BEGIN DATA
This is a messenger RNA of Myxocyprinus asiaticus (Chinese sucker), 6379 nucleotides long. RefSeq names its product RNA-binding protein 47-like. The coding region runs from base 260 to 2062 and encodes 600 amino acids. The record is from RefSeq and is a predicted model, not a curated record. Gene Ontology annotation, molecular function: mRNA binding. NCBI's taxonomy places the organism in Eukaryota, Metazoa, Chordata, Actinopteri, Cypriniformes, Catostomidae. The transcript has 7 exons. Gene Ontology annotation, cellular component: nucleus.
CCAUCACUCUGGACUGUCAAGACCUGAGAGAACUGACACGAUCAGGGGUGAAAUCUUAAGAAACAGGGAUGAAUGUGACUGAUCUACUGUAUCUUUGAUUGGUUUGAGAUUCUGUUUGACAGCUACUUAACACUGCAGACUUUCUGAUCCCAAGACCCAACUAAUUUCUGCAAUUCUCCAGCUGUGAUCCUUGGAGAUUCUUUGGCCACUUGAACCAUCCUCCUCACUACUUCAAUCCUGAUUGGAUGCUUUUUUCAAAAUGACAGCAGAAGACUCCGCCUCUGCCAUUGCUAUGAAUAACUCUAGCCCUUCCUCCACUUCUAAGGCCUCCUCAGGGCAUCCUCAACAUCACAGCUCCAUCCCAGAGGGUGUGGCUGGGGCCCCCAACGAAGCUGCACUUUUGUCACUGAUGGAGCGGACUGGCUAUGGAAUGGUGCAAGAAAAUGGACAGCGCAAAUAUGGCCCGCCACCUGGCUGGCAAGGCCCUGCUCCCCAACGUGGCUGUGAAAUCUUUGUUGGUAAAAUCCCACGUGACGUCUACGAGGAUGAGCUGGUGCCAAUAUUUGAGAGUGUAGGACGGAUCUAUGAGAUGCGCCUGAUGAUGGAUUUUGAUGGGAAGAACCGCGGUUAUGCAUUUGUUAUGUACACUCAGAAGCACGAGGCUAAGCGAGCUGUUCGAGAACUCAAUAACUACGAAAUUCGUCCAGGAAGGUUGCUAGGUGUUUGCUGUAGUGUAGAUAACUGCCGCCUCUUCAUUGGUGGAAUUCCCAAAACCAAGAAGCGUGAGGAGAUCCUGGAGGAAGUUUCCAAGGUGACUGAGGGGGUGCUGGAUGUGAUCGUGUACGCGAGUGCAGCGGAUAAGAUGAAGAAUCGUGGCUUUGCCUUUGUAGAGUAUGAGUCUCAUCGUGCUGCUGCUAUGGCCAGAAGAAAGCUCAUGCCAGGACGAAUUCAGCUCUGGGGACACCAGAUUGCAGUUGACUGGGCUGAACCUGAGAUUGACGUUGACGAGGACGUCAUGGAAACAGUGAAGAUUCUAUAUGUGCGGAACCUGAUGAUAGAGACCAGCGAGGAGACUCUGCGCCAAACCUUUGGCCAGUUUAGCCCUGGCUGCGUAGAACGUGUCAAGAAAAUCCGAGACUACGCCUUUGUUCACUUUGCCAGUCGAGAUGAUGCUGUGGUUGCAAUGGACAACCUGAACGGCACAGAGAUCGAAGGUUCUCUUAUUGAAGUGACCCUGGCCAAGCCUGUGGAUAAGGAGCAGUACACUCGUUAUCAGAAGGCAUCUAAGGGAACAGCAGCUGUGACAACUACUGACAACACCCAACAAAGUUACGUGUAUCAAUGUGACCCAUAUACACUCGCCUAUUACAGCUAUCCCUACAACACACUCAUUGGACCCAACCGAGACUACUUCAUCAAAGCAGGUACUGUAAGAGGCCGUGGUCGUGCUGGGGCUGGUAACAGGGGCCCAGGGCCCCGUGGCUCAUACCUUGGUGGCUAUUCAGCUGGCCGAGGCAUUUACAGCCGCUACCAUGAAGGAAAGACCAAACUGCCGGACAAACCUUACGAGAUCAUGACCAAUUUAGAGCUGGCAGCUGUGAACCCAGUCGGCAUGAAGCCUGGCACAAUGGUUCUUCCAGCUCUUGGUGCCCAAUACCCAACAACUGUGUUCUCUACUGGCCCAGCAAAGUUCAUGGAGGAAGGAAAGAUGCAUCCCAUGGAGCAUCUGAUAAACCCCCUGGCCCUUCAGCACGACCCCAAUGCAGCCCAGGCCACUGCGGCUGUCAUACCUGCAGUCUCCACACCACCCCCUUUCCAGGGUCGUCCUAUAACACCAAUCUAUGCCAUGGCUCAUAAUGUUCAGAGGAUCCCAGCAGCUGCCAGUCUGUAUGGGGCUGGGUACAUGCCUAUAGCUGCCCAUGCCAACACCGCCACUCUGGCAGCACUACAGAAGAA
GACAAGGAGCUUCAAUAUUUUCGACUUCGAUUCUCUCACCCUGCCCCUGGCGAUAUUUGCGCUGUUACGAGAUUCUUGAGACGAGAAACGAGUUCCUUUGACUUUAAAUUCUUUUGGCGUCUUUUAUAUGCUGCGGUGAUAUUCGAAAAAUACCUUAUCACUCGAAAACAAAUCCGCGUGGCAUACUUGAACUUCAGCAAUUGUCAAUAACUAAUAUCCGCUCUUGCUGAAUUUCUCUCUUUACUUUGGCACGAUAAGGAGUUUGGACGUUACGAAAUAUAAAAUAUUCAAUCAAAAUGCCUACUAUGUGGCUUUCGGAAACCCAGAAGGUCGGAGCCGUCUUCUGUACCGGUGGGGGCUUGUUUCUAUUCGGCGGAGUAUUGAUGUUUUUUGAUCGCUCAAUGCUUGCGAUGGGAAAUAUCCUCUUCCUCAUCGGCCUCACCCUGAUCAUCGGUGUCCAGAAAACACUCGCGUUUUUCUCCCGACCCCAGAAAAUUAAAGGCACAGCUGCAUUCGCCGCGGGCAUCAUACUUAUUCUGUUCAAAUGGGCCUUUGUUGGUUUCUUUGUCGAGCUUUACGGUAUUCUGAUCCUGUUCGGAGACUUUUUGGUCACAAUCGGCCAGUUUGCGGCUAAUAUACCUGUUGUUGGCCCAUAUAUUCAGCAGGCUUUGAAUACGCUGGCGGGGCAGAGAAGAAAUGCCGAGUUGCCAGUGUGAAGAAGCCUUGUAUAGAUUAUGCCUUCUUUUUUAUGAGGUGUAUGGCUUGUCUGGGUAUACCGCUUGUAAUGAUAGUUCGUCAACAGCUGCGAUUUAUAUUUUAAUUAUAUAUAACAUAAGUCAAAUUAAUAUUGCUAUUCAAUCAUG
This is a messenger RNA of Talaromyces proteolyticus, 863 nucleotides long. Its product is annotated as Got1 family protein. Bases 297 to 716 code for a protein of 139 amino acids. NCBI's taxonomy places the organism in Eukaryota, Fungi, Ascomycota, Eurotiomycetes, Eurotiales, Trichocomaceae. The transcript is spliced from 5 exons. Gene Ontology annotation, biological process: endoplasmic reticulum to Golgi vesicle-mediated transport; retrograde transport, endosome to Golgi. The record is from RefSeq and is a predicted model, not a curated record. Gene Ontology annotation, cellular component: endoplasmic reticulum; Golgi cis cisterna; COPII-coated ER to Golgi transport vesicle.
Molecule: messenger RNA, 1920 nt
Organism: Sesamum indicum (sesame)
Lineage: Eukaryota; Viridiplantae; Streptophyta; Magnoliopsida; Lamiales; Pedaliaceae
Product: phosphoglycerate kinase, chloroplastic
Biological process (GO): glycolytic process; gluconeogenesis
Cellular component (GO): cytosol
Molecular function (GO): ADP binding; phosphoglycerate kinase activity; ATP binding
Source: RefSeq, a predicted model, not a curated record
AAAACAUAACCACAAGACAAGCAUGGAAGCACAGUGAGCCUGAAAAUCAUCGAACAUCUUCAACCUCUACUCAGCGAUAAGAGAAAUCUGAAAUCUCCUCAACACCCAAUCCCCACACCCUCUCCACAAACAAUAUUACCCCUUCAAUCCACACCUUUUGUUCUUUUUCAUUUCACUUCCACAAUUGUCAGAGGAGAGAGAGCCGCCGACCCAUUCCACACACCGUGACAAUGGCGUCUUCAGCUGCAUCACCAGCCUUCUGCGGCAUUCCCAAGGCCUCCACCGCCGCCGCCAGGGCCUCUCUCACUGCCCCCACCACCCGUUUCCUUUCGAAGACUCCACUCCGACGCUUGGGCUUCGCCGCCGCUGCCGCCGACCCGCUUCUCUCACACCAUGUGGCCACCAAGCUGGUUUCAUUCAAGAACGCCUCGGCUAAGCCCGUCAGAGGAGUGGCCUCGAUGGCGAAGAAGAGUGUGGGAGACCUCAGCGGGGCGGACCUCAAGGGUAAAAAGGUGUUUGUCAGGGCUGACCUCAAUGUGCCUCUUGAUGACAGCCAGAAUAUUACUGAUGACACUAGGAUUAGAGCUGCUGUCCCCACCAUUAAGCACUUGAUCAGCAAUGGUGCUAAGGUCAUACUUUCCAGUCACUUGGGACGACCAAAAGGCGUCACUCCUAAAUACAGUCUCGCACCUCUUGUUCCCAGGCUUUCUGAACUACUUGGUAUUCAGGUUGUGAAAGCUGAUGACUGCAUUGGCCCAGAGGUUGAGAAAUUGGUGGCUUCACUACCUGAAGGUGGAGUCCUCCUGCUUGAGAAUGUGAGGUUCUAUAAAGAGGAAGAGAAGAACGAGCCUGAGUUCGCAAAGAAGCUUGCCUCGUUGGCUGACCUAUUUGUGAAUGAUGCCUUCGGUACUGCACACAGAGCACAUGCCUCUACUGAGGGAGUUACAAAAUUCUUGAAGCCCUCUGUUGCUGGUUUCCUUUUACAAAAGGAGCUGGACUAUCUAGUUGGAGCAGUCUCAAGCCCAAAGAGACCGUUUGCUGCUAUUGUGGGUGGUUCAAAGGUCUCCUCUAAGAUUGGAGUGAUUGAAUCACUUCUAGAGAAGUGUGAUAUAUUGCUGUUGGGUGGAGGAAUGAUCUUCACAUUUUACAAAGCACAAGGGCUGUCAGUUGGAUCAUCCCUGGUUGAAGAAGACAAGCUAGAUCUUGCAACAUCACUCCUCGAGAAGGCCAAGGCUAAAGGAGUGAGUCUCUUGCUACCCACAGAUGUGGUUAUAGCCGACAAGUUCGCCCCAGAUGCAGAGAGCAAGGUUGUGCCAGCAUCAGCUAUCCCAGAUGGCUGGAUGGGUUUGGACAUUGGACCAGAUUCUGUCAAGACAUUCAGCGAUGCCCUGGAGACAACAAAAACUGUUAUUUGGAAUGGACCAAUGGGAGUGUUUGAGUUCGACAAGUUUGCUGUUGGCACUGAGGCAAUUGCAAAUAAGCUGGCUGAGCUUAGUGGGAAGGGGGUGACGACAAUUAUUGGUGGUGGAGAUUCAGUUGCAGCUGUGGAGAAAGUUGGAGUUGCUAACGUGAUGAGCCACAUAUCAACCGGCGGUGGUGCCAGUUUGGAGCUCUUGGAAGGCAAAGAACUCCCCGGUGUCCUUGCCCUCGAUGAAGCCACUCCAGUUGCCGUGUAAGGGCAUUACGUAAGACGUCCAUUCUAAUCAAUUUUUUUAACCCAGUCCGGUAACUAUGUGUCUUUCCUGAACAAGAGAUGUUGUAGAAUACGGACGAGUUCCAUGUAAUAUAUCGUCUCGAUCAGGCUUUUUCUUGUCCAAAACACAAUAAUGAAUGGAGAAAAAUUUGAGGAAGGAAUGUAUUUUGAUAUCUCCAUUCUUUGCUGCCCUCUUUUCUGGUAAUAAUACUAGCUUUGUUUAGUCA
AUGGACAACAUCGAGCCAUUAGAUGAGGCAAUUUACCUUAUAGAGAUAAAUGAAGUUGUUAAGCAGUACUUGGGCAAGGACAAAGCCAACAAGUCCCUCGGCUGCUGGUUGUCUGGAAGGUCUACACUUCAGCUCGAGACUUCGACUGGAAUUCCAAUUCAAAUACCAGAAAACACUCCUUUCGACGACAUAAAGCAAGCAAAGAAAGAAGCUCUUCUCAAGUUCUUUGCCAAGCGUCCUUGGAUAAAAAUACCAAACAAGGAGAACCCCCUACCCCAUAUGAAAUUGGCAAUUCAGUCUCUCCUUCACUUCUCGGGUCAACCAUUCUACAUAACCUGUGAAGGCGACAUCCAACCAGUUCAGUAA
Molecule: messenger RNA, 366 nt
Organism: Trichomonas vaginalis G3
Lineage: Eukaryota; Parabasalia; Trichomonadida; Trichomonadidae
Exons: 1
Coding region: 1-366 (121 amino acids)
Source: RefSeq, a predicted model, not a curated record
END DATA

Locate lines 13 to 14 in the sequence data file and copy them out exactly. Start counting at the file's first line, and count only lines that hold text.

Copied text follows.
AAAACAUAACCACAAGACAAGCAUGGAAGCACAGUGAGCCUGAAAAUCAUCGAACAUCUUCAACCUCUACUCAGCGAUAAGAGAAAUCUGAAAUCUCCUCAACACCCAAUCCCCACACCCUCUCCACAAACAAUAUUACCCCUUCAAUCCACACCUUUUGUUCUUUUUCAUUUCACUUCCACAAUUGUCAGAGGAGAGAGAGCCGCCGACCCAUUCCACACACCGUGACAAUGGCGUCUUCAGCUGCAUCACCAGCCUUCUGCGGCAUUCCCAAGGCCUCCACCGCCGCCGCCAGGGCCUCUCUCACUGCCCCCACCACCCGUUUCCUUUCGAAGACUCCACUCCGACGCUUGGGCUUCGCCGCCGCUGCCGCCGACCCGCUUCUCUCACACCAUGUGGCCACCAAGCUGGUUUCAUUCAAGAACGCCUCGGCUAAGCCCGUCAGAGGAGUGGCCUCGAUGGCGAAGAAGAGUGUGGGAGACCUCAGCGGGGCGGACCUCAAGGGUAAAAAGGUGUUUGUCAGGGCUGACCUCAAUGUGCCUCUUGAUGACAGCCAGAAUAUUACUGAUGACACUAGGAUUAGAGCUGCUGUCCCCACCAUUAAGCACUUGAUCAGCAAUGGUGCUAAGGUCAUACUUUCCAGUCACUUGGGACGACCAAAAGGCGUCACUCCUAAAUACAGUCUCGCACCUCUUGUUCCCAGGCUUUCUGAACUACUUGGUAUUCAGGUUGUGAAAGCUGAUGACUGCAUUGGCCCAGAGGUUGAGAAAUUGGUGGCUUCACUACCUGAAGGUGGAGUCCUCCUGCUUGAGAAUGUGAGGUUCUAUAAAGAGGAAGAGAAGAACGAGCCUGAGUUCGCAAAGAAGCUUGCCUCGUUGGCUGACCUAUUUGUGAAUGAUGCCUUCGGUACUGCACACAGAGCACAUGCCUCUACUGAGGGAGUUACAAAAUUCUUGAAGCCCUCUGUUGCUGGUUUCCUUUUACAAAAGGAGCUGGACUAUCUAGUUGGAGCAGUCUCAAGCCCAAAGAGACCGUUUGCUGCUAUUGUGGGUGGUUCAAAGGUCUCCUCUAAGAUUGGAGUGAUUGAAUCACUUCUAGAGAAGUGUGAUAUAUUGCUGUUGGGUGGAGGAAUGAUCUUCACAUUUUACAAAGCACAAGGGCUGUCAGUUGGAUCAUCCCUGGUUGAAGAAGACAAGCUAGAUCUUGCAACAUCACUCCUCGAGAAGGCCAAGGCUAAAGGAGUGAGUCUCUUGCUACCCACAGAUGUGGUUAUAGCCGACAAGUUCGCCCCAGAUGCAGAGAGCAAGGUUGUGCCAGCAUCAGCUAUCCCAGAUGGCUGGAUGGGUUUGGACAUUGGACCAGAUUCUGUCAAGACAUUCAGCGAUGCCCUGGAGACAACAAAAACUGUUAUUUGGAAUGGACCAAUGGGAGUGUUUGAGUUCGACAAGUUUGCUGUUGGCACUGAGGCAAUUGCAAAUAAGCUGGCUGAGCUUAGUGGGAAGGGGGUGACGACAAUUAUUGGUGGUGGAGAUUCAGUUGCAGCUGUGGAGAAAGUUGGAGUUGCUAACGUGAUGAGCCACAUAUCAACCGGCGGUGGUGCCAGUUUGGAGCUCUUGGAAGGCAAAGAACUCCCCGGUGUCCUUGCCCUCGAUGAAGCCACUCCAGUUGCCGUGUAAGGGCAUUACGUAAGACGUCCAUUCUAAUCAAUUUUUUUAACCCAGUCCGGUAACUAUGUGUCUUUCCUGAACAAGAGAUGUUGUAGAAUACGGACGAGUUCCAUGUAAUAUAUCGUCUCGAUCAGGCUUUUUCUUGUCCAAAACACAAUAAUGAAUGGAGAAAAAUUUGAGGAAGGAAUGUAUUUUGAUAUCUCCAUUCUUUGCUGCCCUCUUUUCUGGUAAUAAUACUAGCUUUGUUUAGUCA
AUGGACAACAUCGAGCCAUUAGAUGAGGCAAUUUACCUUAUAGAGAUAAAUGAAGUUGUUAAGCAGUACUUGGGCAAGGACAAAGCCAACAAGUCCCUCGGCUGCUGGUUGUCUGGAAGGUCUACACUUCAGCUCGAGACUUCGACUGGAAUUCCAAUUCAAAUACCAGAAAACACUCCUUUCGACGACAUAAAGCAAGCAAAGAAAGAAGCUCUUCUCAAGUUCUUUGCCAAGCGUCCUUGGAUAAAAAUACCAAACAAGGAGAACCCCCUACCCCAUAUGAAAUUGGCAAUUCAGUCUCUCCUUCACUUCUCGGGUCAACCAUUCUACAUAACCUGUGAAGGCGACAUCCAACCAGUUCAGUAA